The nomination period for open seats on the Turlock City Council is officially closed and come November residents of the city’s District 1 will have five candidates to choose from while those in District 3 will have two.
November will be the second by-district election for the City of Turlock and the first time residents living in Districts 1 and 3 will have a chance to vote for their respective representatives.
Incumbent Council member Bill DeHart will be seeking reelection to represent the residents of District 3. Challenging him is tech company product developer Andrew Nosrati.
Current District 1 representative Matthew Jacob will not be seeking reelection. There will be five candidates seeking to replace Jacob on the November ballot including former Council member Forrest White, current Parks, Arts and Recreation Commissioner Nicole Larson, charter school employee Logan Sisco — and newcomers Autumn Salazar and Jon Boulos.
This is Salazar’s first time seeking public office. The director of sponsored research services at a local university and mother of five said that the poor condition of the road in front of her house was the instigator to her decision to run for the city council.
After complaining to her family about the road condition and then hearing from her neighbors that they had the same concerns about Turlock’s infrastructure, she knew she had an opportunity to make a difference.
“I understand public policy. I understand budgets,” said Salazar.
After speaking to people she knows in government, Salazar decided running for city council was a way she could contribute to the community she calls home.
“I know I could get in there and make decisions. I’m strong at budgets. I’m strong at fiscal management. These are my skill sets,” she said.
Salazar is supportive of the city’s surface water treatment plant project to provide drinking water for Turlock residents and businesses.
“We need to be smart about our water usage and planning. I know what happened in areas of Merced when their groundwater collapsed and I don’t want that to happen here,” she said.
When it comes to transportation, Salazar said she would take a look at how the city’s current revenue sources — Measure L (countywide road tax) and state transportation funds — are being used.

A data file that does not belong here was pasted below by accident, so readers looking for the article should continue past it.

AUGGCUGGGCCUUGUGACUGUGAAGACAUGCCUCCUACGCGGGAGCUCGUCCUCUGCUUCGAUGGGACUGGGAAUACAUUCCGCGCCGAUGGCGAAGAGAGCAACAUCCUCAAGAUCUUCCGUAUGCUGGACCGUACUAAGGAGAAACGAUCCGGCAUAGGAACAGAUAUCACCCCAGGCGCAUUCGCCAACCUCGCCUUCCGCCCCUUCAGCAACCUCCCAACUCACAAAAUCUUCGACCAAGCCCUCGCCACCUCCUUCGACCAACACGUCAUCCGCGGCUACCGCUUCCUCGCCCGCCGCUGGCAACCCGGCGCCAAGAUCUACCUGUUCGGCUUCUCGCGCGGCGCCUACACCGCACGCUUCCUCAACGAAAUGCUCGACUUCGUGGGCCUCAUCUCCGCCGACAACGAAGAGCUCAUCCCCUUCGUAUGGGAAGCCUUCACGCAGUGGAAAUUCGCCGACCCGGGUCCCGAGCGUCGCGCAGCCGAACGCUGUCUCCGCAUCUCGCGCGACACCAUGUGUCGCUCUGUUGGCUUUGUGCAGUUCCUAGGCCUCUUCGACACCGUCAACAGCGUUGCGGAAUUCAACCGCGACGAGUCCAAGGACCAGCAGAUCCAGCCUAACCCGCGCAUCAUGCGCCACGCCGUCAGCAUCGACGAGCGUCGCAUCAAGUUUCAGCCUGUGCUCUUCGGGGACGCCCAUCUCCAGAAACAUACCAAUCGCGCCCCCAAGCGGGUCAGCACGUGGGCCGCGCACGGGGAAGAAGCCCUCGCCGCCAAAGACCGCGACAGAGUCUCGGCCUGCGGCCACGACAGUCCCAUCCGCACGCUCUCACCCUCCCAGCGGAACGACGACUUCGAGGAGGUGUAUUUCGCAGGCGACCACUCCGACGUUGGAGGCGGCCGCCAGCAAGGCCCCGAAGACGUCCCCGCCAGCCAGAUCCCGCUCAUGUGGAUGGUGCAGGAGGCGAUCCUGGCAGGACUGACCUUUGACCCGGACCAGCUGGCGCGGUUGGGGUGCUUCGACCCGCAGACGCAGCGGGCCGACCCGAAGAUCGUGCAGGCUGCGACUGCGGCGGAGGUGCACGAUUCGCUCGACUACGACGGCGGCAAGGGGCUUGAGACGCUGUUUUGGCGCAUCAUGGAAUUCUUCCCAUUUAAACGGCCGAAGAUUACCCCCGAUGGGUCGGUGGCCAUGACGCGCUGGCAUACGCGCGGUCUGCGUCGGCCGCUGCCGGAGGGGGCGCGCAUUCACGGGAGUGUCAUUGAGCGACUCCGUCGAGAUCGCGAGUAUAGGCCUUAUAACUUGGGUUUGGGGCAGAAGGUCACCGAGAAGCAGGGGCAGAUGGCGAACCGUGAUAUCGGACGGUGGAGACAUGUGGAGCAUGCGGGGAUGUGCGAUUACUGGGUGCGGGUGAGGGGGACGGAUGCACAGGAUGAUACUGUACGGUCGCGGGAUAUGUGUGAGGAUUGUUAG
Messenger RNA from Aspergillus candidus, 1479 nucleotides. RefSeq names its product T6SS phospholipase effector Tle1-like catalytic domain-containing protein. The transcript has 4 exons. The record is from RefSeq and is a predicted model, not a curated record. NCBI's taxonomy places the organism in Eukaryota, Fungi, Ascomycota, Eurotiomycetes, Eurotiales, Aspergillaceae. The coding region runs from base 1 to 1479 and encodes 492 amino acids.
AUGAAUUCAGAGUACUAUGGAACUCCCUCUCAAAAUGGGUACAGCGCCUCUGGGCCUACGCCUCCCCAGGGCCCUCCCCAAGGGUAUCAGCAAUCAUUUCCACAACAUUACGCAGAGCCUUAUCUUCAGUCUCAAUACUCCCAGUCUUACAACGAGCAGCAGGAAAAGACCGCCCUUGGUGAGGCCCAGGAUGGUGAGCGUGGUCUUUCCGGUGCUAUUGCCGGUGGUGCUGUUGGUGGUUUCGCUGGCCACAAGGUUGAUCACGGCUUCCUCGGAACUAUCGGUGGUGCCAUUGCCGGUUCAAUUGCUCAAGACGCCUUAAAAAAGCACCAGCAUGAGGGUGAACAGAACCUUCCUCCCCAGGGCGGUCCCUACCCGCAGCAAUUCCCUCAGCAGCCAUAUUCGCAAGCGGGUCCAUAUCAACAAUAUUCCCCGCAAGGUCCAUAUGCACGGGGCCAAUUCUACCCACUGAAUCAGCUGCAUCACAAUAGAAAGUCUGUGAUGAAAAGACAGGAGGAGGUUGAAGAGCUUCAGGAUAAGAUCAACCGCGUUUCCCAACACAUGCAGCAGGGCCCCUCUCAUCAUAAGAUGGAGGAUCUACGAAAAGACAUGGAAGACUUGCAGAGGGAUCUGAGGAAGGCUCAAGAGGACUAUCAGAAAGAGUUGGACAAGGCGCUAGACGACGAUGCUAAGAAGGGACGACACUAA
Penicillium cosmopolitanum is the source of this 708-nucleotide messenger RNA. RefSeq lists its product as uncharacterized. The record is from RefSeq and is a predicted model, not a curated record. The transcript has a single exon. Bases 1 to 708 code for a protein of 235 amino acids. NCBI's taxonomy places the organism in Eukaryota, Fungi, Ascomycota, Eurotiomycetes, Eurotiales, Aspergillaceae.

“I’d look at why the priorities are set the way they were and if they still make sense,” she said.
Transparency and fiscal accountability are other key issues for District 1 residents, according to Salazar.
“You should be fully transparent about what you’re doing and why you’re doing it,” she said.
Salazar, whose husband is a volunteer firefighter, said that public safety is also a priority.
“It’s important to me to make sure fire and police are funded in a way to meet the needs,” she said.
When it comes to cannabis, and the city’s current ban on commercial sales and grows, Salazar said it’s a complex issue.
“It’s risky,” she said about Turlock considering opening up cannabis operations in the city limits.
Cannabis is illegal at the federal level, which means those businesses can’t put their money into federally-insured banks. Salazar said it’s hard to prevent money laundering in all-cash businesses. While Salazar recognizes that it is a potential source of tax revenue for the city, she said she wonders what it would cost if Turlock found itself in opposition to the federal government.
When asked her ideas on addressing homelessness in Turlock, Salazar said she would look to what has been successful in other communities and leverage resources that are already out there.
“We need to approach the problem holistically,” she said.
She also said city officials should be flexible, roll with change and admit when something isn’t working.
District 1 residents can contact Salazar at: email@example.com.